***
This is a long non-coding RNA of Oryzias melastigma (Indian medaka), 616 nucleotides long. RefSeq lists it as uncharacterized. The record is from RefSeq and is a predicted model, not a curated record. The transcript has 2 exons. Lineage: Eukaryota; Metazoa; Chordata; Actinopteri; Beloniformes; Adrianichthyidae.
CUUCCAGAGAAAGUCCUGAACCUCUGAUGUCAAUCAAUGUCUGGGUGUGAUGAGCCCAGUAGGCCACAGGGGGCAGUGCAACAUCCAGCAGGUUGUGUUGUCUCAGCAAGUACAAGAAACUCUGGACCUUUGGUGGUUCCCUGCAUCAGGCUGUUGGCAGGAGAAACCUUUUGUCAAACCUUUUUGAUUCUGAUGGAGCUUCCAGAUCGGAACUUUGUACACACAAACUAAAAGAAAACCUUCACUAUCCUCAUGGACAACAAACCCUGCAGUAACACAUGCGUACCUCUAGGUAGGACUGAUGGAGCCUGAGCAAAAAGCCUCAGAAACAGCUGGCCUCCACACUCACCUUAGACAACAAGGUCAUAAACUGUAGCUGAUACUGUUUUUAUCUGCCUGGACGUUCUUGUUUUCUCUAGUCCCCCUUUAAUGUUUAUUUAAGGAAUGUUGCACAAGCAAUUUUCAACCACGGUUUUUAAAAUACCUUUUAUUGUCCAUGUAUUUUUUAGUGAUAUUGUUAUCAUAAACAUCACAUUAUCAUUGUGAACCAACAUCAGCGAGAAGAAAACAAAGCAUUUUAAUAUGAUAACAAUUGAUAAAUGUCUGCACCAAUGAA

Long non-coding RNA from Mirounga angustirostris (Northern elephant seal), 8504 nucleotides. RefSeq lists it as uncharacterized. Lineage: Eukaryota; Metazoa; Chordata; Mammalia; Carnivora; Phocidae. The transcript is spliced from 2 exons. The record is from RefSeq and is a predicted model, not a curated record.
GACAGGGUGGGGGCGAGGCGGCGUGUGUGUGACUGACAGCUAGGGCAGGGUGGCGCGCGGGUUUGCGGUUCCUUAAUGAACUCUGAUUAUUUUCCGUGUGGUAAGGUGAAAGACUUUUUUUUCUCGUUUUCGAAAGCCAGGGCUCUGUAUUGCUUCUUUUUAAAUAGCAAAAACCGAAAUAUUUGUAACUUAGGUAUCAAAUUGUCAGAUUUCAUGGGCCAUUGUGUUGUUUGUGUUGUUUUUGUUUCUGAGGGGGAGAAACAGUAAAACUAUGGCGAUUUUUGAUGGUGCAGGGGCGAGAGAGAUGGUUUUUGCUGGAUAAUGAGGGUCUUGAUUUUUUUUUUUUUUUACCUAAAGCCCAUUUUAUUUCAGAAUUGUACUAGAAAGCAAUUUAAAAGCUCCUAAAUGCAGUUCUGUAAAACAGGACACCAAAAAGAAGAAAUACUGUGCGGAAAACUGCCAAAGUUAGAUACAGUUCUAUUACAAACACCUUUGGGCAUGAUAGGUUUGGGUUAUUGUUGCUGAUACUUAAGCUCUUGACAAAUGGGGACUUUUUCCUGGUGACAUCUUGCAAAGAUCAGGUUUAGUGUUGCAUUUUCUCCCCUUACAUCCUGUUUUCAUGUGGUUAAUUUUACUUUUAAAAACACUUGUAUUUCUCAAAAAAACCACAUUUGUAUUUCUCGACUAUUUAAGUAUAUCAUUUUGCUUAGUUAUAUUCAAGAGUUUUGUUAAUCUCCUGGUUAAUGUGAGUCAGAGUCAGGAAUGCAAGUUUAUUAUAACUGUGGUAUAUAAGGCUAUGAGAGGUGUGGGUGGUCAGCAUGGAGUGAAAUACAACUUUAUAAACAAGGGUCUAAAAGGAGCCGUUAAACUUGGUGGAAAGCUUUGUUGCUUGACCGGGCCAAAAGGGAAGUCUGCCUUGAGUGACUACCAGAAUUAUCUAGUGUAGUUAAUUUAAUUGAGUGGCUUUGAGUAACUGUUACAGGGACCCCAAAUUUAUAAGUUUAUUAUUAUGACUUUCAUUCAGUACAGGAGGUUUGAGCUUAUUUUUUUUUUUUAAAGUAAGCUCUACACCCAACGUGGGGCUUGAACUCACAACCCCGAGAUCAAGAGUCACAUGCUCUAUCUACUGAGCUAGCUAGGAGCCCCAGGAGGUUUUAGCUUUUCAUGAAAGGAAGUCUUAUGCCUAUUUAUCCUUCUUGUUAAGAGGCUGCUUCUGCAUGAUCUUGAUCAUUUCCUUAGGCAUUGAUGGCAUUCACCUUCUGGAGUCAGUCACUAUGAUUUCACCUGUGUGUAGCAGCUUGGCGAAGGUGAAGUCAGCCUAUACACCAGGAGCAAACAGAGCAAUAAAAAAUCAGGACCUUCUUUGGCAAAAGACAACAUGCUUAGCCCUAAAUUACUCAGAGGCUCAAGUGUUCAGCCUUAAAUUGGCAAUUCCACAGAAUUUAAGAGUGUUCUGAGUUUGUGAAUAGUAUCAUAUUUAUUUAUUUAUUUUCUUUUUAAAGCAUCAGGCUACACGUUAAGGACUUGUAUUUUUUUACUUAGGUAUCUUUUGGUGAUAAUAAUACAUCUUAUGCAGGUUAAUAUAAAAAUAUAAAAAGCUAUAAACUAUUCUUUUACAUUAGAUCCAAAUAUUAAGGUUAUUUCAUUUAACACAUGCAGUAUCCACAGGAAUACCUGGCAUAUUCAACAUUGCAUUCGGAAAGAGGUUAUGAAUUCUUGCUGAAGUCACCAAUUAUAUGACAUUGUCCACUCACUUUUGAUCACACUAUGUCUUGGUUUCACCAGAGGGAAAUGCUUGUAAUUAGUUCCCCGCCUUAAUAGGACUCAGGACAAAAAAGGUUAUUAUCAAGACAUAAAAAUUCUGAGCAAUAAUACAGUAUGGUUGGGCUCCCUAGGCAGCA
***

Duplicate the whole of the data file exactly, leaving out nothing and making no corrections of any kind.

This is a long non-coding RNA of Oryzias melastigma (Indian medaka), 616 nucleotides long. RefSeq lists it as uncharacterized. The record is from RefSeq and is a predicted model, not a curated record. The transcript has 2 exons. Lineage: Eukaryota; Metazoa; Chordata; Actinopteri; Beloniformes; Adrianichthyidae.
CUUCCAGAGAAAGUCCUGAACCUCUGAUGUCAAUCAAUGUCUGGGUGUGAUGAGCCCAGUAGGCCACAGGGGGCAGUGCAACAUCCAGCAGGUUGUGUUGUCUCAGCAAGUACAAGAAACUCUGGACCUUUGGUGGUUCCCUGCAUCAGGCUGUUGGCAGGAGAAACCUUUUGUCAAACCUUUUUGAUUCUGAUGGAGCUUCCAGAUCGGAACUUUGUACACACAAACUAAAAGAAAACCUUCACUAUCCUCAUGGACAACAAACCCUGCAGUAACACAUGCGUACCUCUAGGUAGGACUGAUGGAGCCUGAGCAAAAAGCCUCAGAAACAGCUGGCCUCCACACUCACCUUAGACAACAAGGUCAUAAACUGUAGCUGAUACUGUUUUUAUCUGCCUGGACGUUCUUGUUUUCUCUAGUCCCCCUUUAAUGUUUAUUUAAGGAAUGUUGCACAAGCAAUUUUCAACCACGGUUUUUAAAAUACCUUUUAUUGUCCAUGUAUUUUUUAGUGAUAUUGUUAUCAUAAACAUCACAUUAUCAUUGUGAACCAACAUCAGCGAGAAGAAAACAAAGCAUUUUAAUAUGAUAACAAUUGAUAAAUGUCUGCACCAAUGAA

Long non-coding RNA from Mirounga angustirostris (Northern elephant seal), 8504 nucleotides. RefSeq lists it as uncharacterized. Lineage: Eukaryota; Metazoa; Chordata; Mammalia; Carnivora; Phocidae. The transcript is spliced from 2 exons. The record is from RefSeq and is a predicted model, not a curated record.
GACAGGGUGGGGGCGAGGCGGCGUGUGUGUGACUGACAGCUAGGGCAGGGUGGCGCGCGGGUUUGCGGUUCCUUAAUGAACUCUGAUUAUUUUCCGUGUGGUAAGGUGAAAGACUUUUUUUUCUCGUUUUCGAAAGCCAGGGCUCUGUAUUGCUUCUUUUUAAAUAGCAAAAACCGAAAUAUUUGUAACUUAGGUAUCAAAUUGUCAGAUUUCAUGGGCCAUUGUGUUGUUUGUGUUGUUUUUGUUUCUGAGGGGGAGAAACAGUAAAACUAUGGCGAUUUUUGAUGGUGCAGGGGCGAGAGAGAUGGUUUUUGCUGGAUAAUGAGGGUCUUGAUUUUUUUUUUUUUUUACCUAAAGCCCAUUUUAUUUCAGAAUUGUACUAGAAAGCAAUUUAAAAGCUCCUAAAUGCAGUUCUGUAAAACAGGACACCAAAAAGAAGAAAUACUGUGCGGAAAACUGCCAAAGUUAGAUACAGUUCUAUUACAAACACCUUUGGGCAUGAUAGGUUUGGGUUAUUGUUGCUGAUACUUAAGCUCUUGACAAAUGGGGACUUUUUCCUGGUGACAUCUUGCAAAGAUCAGGUUUAGUGUUGCAUUUUCUCCCCUUACAUCCUGUUUUCAUGUGGUUAAUUUUACUUUUAAAAACACUUGUAUUUCUCAAAAAAACCACAUUUGUAUUUCUCGACUAUUUAAGUAUAUCAUUUUGCUUAGUUAUAUUCAAGAGUUUUGUUAAUCUCCUGGUUAAUGUGAGUCAGAGUCAGGAAUGCAAGUUUAUUAUAACUGUGGUAUAUAAGGCUAUGAGAGGUGUGGGUGGUCAGCAUGGAGUGAAAUACAACUUUAUAAACAAGGGUCUAAAAGGAGCCGUUAAACUUGGUGGAAAGCUUUGUUGCUUGACCGGGCCAAAAGGGAAGUCUGCCUUGAGUGACUACCAGAAUUAUCUAGUGUAGUUAAUUUAAUUGAGUGGCUUUGAGUAACUGUUACAGGGACCCCAAAUUUAUAAGUUUAUUAUUAUGACUUUCAUUCAGUACAGGAGGUUUGAGCUUAUUUUUUUUUUUUAAAGUAAGCUCUACACCCAACGUGGGGCUUGAACUCACAACCCCGAGAUCAAGAGUCACAUGCUCUAUCUACUGAGCUAGCUAGGAGCCCCAGGAGGUUUUAGCUUUUCAUGAAAGGAAGUCUUAUGCCUAUUUAUCCUUCUUGUUAAGAGGCUGCUUCUGCAUGAUCUUGAUCAUUUCCUUAGGCAUUGAUGGCAUUCACCUUCUGGAGUCAGUCACUAUGAUUUCACCUGUGUGUAGCAGCUUGGCGAAGGUGAAGUCAGCCUAUACACCAGGAGCAAACAGAGCAAUAAAAAAUCAGGACCUUCUUUGGCAAAAGACAACAUGCUUAGCCCUAAAUUACUCAGAGGCUCAAGUGUUCAGCCUUAAAUUGGCAAUUCCACAGAAUUUAAGAGUGUUCUGAGUUUGUGAAUAGUAUCAUAUUUAUUUAUUUAUUUUCUUUUUAAAGCAUCAGGCUACACGUUAAGGACUUGUAUUUUUUUACUUAGGUAUCUUUUGGUGAUAAUAAUACAUCUUAUGCAGGUUAAUAUAAAAAUAUAAAAAGCUAUAAACUAUUCUUUUACAUUAGAUCCAAAUAUUAAGGUUAUUUCAUUUAACACAUGCAGUAUCCACAGGAAUACCUGGCAUAUUCAACAUUGCAUUCGGAAAGAGGUUAUGAAUUCUUGCUGAAGUCACCAAUUAUAUGACAUUGUCCACUCACUUUUGAUCACACUAUGUCUUGGUUUCACCAGAGGGAAAUGCUUGUAAUUAGUUCCCCGCCUUAAUAGGACUCAGGACAAAAAAGGUUAUUAUCAAGACAUAAAAAUUCUGAGCAAUAAUACAGUAUGGUUGGGCUCCCUAGGCAGCA